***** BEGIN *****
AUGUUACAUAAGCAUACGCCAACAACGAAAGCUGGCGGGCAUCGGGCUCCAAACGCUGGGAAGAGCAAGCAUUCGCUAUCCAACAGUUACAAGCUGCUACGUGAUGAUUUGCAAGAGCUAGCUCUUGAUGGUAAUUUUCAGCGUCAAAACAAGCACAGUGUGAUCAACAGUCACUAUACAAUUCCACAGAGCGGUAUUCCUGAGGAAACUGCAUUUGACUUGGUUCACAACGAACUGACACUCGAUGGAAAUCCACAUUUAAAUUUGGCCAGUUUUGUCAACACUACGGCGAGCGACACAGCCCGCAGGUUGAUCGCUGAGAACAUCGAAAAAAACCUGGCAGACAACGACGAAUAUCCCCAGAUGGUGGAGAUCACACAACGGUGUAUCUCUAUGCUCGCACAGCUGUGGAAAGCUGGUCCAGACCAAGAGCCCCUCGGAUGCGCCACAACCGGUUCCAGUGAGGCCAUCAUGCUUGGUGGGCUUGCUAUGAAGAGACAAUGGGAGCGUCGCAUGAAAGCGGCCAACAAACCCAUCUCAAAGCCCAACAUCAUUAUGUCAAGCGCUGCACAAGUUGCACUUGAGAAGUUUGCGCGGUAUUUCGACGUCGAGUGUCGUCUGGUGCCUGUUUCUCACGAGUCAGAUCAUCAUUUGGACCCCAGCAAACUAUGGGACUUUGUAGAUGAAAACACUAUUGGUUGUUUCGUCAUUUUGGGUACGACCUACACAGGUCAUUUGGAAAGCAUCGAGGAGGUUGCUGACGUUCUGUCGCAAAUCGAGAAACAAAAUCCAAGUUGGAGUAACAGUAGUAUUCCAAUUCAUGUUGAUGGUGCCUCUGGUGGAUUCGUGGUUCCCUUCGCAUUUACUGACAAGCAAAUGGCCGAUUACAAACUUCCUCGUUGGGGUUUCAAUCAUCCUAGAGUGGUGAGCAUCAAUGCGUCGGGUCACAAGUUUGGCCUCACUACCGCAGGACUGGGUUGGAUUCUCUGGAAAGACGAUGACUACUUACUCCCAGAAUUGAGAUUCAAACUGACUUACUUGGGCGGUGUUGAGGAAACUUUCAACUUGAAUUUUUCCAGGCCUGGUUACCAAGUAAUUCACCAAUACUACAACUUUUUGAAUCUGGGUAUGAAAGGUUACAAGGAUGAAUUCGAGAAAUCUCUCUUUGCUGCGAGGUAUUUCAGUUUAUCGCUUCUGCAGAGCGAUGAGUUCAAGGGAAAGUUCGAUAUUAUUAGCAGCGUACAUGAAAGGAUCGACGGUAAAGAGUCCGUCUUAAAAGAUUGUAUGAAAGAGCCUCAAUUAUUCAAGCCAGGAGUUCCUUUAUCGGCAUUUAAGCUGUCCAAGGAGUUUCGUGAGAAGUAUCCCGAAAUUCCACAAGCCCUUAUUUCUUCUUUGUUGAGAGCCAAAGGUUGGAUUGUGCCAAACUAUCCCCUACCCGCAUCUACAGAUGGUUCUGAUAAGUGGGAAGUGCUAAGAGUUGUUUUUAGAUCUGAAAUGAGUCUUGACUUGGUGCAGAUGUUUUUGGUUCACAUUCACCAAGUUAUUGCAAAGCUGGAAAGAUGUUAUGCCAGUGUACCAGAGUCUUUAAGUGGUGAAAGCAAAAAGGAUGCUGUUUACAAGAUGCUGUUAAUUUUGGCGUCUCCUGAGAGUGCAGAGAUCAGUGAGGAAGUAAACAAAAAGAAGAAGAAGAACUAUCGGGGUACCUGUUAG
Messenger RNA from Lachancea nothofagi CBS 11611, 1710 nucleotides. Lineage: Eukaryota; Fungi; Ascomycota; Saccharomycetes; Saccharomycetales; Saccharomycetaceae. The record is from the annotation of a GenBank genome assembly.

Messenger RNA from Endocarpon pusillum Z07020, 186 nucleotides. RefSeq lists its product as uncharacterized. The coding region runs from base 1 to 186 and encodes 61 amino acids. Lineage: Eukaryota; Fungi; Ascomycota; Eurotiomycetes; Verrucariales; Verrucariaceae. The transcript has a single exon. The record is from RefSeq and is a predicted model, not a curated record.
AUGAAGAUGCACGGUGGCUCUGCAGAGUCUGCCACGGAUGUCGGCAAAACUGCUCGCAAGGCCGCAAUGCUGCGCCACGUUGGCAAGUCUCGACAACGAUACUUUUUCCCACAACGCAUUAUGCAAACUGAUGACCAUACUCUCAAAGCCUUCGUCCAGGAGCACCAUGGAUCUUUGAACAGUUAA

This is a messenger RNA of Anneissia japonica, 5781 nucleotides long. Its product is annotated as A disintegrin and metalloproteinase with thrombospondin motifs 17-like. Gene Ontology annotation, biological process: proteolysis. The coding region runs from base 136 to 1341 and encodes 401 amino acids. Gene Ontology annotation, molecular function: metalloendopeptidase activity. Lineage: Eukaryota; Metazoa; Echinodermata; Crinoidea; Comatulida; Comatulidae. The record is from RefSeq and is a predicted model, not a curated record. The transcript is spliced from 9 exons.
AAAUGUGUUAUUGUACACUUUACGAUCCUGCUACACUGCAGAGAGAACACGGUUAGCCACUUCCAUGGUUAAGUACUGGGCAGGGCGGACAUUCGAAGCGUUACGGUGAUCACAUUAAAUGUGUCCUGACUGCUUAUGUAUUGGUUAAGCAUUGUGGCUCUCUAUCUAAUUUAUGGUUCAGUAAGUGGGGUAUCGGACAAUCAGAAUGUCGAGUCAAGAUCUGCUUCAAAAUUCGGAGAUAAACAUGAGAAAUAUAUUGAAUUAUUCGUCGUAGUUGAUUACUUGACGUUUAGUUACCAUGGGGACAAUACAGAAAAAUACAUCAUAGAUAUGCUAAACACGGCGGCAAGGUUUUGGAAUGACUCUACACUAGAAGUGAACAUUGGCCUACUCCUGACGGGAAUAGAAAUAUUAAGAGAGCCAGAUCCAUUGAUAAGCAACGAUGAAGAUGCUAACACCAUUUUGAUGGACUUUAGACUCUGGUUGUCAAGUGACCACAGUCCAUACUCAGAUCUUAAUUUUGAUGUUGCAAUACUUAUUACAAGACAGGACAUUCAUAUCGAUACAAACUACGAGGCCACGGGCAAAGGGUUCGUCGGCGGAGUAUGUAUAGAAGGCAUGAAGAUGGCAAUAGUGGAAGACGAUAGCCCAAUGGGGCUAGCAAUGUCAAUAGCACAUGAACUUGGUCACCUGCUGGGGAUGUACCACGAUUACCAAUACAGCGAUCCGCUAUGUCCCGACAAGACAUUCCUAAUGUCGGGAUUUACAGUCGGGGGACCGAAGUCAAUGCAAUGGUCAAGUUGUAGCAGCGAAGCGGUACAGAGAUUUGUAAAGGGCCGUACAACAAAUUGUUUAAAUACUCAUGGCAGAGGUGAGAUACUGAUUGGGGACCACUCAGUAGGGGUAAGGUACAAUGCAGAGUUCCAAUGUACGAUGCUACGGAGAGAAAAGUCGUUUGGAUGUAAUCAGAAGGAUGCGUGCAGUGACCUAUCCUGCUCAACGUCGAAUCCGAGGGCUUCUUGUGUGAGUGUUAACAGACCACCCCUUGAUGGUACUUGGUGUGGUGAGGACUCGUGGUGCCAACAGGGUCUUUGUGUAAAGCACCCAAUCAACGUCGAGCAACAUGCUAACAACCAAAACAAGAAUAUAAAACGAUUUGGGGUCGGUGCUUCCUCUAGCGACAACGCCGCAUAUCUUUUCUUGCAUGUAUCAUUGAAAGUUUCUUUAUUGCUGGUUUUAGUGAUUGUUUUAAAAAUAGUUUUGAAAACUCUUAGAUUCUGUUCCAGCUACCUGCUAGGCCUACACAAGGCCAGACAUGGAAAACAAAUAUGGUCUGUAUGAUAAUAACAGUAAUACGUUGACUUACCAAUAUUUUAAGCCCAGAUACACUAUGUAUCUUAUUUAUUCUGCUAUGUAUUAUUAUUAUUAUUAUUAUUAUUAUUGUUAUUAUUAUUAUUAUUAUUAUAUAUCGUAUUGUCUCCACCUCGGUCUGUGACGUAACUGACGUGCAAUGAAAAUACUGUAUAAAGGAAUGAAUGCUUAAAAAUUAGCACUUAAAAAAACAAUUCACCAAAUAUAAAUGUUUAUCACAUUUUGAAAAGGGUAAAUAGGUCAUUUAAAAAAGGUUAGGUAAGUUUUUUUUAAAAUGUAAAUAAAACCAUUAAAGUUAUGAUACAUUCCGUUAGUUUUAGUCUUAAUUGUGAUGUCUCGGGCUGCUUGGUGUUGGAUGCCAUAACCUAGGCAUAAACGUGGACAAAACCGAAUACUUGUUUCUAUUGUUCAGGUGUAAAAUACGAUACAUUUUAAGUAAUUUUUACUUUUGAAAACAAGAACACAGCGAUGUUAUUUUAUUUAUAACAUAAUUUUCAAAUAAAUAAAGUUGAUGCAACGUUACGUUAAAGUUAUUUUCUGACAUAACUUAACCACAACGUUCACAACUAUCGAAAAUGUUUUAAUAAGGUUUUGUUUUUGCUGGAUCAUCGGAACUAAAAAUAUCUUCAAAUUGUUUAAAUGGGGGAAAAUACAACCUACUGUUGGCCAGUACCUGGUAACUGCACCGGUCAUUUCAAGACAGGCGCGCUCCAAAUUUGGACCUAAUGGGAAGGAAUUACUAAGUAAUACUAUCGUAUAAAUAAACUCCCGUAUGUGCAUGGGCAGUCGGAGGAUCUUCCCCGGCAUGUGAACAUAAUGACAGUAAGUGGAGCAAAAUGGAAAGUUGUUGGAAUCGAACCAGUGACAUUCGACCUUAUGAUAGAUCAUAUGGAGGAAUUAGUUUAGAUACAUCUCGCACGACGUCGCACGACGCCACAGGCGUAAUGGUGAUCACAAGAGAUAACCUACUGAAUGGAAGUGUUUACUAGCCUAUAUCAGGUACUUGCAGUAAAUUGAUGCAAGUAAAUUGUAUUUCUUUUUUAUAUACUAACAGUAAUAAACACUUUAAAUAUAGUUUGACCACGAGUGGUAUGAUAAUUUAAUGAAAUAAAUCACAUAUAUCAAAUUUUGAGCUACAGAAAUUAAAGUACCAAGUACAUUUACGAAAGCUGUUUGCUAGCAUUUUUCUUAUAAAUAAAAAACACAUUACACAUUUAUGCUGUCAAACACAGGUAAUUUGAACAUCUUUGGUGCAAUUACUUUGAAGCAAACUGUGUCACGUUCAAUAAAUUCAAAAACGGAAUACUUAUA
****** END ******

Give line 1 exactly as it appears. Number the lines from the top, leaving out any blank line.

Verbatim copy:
AUGUUACAUAAGCAUACGCCAACAACGAAAGCUGGCGGGCAUCGGGCUCCAAACGCUGGGAAGAGCAAGCAUUCGCUAUCCAACAGUUACAAGCUGCUACGUGAUGAUUUGCAAGAGCUAGCUCUUGAUGGUAAUUUUCAGCGUCAAAACAAGCACAGUGUGAUCAACAGUCACUAUACAAUUCCACAGAGCGGUAUUCCUGAGGAAACUGCAUUUGACUUGGUUCACAACGAACUGACACUCGAUGGAAAUCCACAUUUAAAUUUGGCCAGUUUUGUCAACACUACGGCGAGCGACACAGCCCGCAGGUUGAUCGCUGAGAACAUCGAAAAAAACCUGGCAGACAACGACGAAUAUCCCCAGAUGGUGGAGAUCACACAACGGUGUAUCUCUAUGCUCGCACAGCUGUGGAAAGCUGGUCCAGACCAAGAGCCCCUCGGAUGCGCCACAACCGGUUCCAGUGAGGCCAUCAUGCUUGGUGGGCUUGCUAUGAAGAGACAAUGGGAGCGUCGCAUGAAAGCGGCCAACAAACCCAUCUCAAAGCCCAACAUCAUUAUGUCAAGCGCUGCACAAGUUGCACUUGAGAAGUUUGCGCGGUAUUUCGACGUCGAGUGUCGUCUGGUGCCUGUUUCUCACGAGUCAGAUCAUCAUUUGGACCCCAGCAAACUAUGGGACUUUGUAGAUGAAAACACUAUUGGUUGUUUCGUCAUUUUGGGUACGACCUACACAGGUCAUUUGGAAAGCAUCGAGGAGGUUGCUGACGUUCUGUCGCAAAUCGAGAAACAAAAUCCAAGUUGGAGUAACAGUAGUAUUCCAAUUCAUGUUGAUGGUGCCUCUGGUGGAUUCGUGGUUCCCUUCGCAUUUACUGACAAGCAAAUGGCCGAUUACAAACUUCCUCGUUGGGGUUUCAAUCAUCCUAGAGUGGUGAGCAUCAAUGCGUCGGGUCACAAGUUUGGCCUCACUACCGCAGGACUGGGUUGGAUUCUCUGGAAAGACGAUGACUACUUACUCCCAGAAUUGAGAUUCAAACUGACUUACUUGGGCGGUGUUGAGGAAACUUUCAACUUGAAUUUUUCCAGGCCUGGUUACCAAGUAAUUCACCAAUACUACAACUUUUUGAAUCUGGGUAUGAAAGGUUACAAGGAUGAAUUCGAGAAAUCUCUCUUUGCUGCGAGGUAUUUCAGUUUAUCGCUUCUGCAGAGCGAUGAGUUCAAGGGAAAGUUCGAUAUUAUUAGCAGCGUACAUGAAAGGAUCGACGGUAAAGAGUCCGUCUUAAAAGAUUGUAUGAAAGAGCCUCAAUUAUUCAAGCCAGGAGUUCCUUUAUCGGCAUUUAAGCUGUCCAAGGAGUUUCGUGAGAAGUAUCCCGAAAUUCCACAAGCCCUUAUUUCUUCUUUGUUGAGAGCCAAAGGUUGGAUUGUGCCAAACUAUCCCCUACCCGCAUCUACAGAUGGUUCUGAUAAGUGGGAAGUGCUAAGAGUUGUUUUUAGAUCUGAAAUGAGUCUUGACUUGGUGCAGAUGUUUUUGGUUCACAUUCACCAAGUUAUUGCAAAGCUGGAAAGAUGUUAUGCCAGUGUACCAGAGUCUUUAAGUGGUGAAAGCAAAAAGGAUGCUGUUUACAAGAUGCUGUUAAUUUUGGCGUCUCCUGAGAGUGCAGAGAUCAGUGAGGAAGUAAACAAAAAGAAGAAGAAGAACUAUCGGGGUACCUGUUAG